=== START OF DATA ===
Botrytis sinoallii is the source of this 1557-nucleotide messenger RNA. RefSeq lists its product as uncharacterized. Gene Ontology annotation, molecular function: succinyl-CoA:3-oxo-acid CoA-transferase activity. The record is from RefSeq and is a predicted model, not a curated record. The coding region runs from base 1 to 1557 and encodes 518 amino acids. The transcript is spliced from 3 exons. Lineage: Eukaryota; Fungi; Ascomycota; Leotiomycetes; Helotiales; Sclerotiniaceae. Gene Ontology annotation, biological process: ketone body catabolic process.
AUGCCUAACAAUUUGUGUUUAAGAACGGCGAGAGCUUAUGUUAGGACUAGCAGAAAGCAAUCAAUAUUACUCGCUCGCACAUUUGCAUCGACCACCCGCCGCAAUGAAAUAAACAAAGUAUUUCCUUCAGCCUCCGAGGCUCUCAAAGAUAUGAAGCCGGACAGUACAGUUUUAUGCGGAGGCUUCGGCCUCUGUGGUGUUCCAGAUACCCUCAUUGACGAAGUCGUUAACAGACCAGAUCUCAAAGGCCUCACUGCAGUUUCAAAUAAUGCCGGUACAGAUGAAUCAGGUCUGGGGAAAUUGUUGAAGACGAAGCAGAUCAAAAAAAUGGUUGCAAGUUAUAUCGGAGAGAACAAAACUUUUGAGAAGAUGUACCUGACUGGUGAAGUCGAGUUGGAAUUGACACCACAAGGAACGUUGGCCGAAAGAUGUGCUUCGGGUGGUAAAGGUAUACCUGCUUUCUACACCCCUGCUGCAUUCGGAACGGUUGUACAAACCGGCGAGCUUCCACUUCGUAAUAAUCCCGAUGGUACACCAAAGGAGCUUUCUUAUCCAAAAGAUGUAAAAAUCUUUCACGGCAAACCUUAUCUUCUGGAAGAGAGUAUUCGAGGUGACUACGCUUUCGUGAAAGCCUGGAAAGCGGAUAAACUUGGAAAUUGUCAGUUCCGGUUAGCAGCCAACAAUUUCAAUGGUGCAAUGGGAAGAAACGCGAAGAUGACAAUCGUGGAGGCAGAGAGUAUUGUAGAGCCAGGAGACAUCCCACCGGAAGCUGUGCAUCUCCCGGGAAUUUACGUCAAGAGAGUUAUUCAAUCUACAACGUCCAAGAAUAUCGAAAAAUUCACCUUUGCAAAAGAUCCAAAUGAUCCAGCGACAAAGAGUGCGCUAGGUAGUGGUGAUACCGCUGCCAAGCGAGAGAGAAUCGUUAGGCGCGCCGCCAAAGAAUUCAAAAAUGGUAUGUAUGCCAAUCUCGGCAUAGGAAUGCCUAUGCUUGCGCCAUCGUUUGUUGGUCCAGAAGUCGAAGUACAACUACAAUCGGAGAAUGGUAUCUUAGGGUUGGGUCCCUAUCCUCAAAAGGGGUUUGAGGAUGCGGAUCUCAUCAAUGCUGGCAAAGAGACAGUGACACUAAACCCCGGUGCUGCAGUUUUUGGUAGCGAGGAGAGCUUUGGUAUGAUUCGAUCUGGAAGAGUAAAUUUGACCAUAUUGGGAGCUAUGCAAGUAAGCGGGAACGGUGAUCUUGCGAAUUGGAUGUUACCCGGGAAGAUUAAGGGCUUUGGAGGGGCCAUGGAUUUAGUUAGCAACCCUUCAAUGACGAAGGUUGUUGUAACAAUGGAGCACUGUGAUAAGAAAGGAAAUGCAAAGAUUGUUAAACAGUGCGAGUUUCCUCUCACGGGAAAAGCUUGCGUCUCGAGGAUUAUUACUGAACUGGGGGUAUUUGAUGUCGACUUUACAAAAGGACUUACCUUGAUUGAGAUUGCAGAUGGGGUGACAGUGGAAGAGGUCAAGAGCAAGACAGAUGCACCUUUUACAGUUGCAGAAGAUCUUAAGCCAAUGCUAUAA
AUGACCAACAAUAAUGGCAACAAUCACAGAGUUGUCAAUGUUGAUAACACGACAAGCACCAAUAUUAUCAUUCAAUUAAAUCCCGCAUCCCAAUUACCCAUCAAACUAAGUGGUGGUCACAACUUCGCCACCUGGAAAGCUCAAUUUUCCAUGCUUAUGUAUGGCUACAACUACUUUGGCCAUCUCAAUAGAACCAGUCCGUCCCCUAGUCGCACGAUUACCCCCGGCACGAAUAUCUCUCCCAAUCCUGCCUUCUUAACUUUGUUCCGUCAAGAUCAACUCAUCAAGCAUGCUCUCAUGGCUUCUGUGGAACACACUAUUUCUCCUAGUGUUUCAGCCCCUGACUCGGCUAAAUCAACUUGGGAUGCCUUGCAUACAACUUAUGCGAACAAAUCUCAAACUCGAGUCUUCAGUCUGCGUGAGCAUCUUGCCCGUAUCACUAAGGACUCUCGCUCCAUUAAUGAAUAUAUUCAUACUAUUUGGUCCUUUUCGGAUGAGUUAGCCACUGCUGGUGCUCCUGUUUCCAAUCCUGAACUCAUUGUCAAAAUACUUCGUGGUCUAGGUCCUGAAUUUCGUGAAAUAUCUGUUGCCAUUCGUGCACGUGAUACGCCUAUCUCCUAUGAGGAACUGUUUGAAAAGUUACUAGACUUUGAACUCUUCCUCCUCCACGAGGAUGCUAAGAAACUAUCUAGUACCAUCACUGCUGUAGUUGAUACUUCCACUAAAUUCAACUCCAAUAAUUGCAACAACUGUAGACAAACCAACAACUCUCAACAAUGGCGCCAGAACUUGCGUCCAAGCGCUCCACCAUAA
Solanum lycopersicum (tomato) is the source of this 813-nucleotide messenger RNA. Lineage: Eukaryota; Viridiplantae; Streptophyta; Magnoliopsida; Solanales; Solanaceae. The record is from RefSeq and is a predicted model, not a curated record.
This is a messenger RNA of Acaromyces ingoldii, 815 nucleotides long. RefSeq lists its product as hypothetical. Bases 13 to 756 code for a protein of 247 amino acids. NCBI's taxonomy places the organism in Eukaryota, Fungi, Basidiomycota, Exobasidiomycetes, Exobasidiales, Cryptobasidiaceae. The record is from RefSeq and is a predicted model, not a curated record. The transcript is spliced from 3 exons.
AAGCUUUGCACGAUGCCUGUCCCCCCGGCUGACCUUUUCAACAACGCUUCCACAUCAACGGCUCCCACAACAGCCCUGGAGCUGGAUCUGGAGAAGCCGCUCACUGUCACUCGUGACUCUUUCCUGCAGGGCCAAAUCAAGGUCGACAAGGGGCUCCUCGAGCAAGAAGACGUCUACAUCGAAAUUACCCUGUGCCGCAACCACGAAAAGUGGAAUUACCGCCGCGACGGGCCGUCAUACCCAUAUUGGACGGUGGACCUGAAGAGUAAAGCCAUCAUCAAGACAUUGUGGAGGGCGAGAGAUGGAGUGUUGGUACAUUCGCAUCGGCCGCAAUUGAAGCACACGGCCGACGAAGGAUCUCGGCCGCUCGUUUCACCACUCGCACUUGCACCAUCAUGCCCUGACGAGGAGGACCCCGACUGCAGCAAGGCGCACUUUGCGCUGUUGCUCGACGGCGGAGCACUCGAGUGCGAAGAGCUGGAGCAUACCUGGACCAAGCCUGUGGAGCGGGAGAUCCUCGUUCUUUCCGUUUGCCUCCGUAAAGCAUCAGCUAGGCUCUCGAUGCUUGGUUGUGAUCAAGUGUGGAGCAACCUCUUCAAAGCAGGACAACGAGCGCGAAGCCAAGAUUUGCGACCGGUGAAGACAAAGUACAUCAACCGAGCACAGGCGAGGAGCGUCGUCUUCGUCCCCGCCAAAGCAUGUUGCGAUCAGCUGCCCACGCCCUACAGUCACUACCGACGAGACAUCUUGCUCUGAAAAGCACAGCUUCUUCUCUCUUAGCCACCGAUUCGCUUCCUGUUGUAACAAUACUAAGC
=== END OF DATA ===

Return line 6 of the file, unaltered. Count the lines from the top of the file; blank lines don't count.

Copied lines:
AAGCUUUGCACGAUGCCUGUCCCCCCGGCUGACCUUUUCAACAACGCUUCCACAUCAACGGCUCCCACAACAGCCCUGGAGCUGGAUCUGGAGAAGCCGCUCACUGUCACUCGUGACUCUUUCCUGCAGGGCCAAAUCAAGGUCGACAAGGGGCUCCUCGAGCAAGAAGACGUCUACAUCGAAAUUACCCUGUGCCGCAACCACGAAAAGUGGAAUUACCGCCGCGACGGGCCGUCAUACCCAUAUUGGACGGUGGACCUGAAGAGUAAAGCCAUCAUCAAGACAUUGUGGAGGGCGAGAGAUGGAGUGUUGGUACAUUCGCAUCGGCCGCAAUUGAAGCACACGGCCGACGAAGGAUCUCGGCCGCUCGUUUCACCACUCGCACUUGCACCAUCAUGCCCUGACGAGGAGGACCCCGACUGCAGCAAGGCGCACUUUGCGCUGUUGCUCGACGGCGGAGCACUCGAGUGCGAAGAGCUGGAGCAUACCUGGACCAAGCCUGUGGAGCGGGAGAUCCUCGUUCUUUCCGUUUGCCUCCGUAAAGCAUCAGCUAGGCUCUCGAUGCUUGGUUGUGAUCAAGUGUGGAGCAACCUCUUCAAAGCAGGACAACGAGCGCGAAGCCAAGAUUUGCGACCGGUGAAGACAAAGUACAUCAACCGAGCACAGGCGAGGAGCGUCGUCUUCGUCCCCGCCAAAGCAUGUUGCGAUCAGCUGCCCACGCCCUACAGUCACUACCGACGAGACAUCUUGCUCUGAAAAGCACAGCUUCUUCUCUCUUAGCCACCGAUUCGCUUCCUGUUGUAACAAUACUAAGC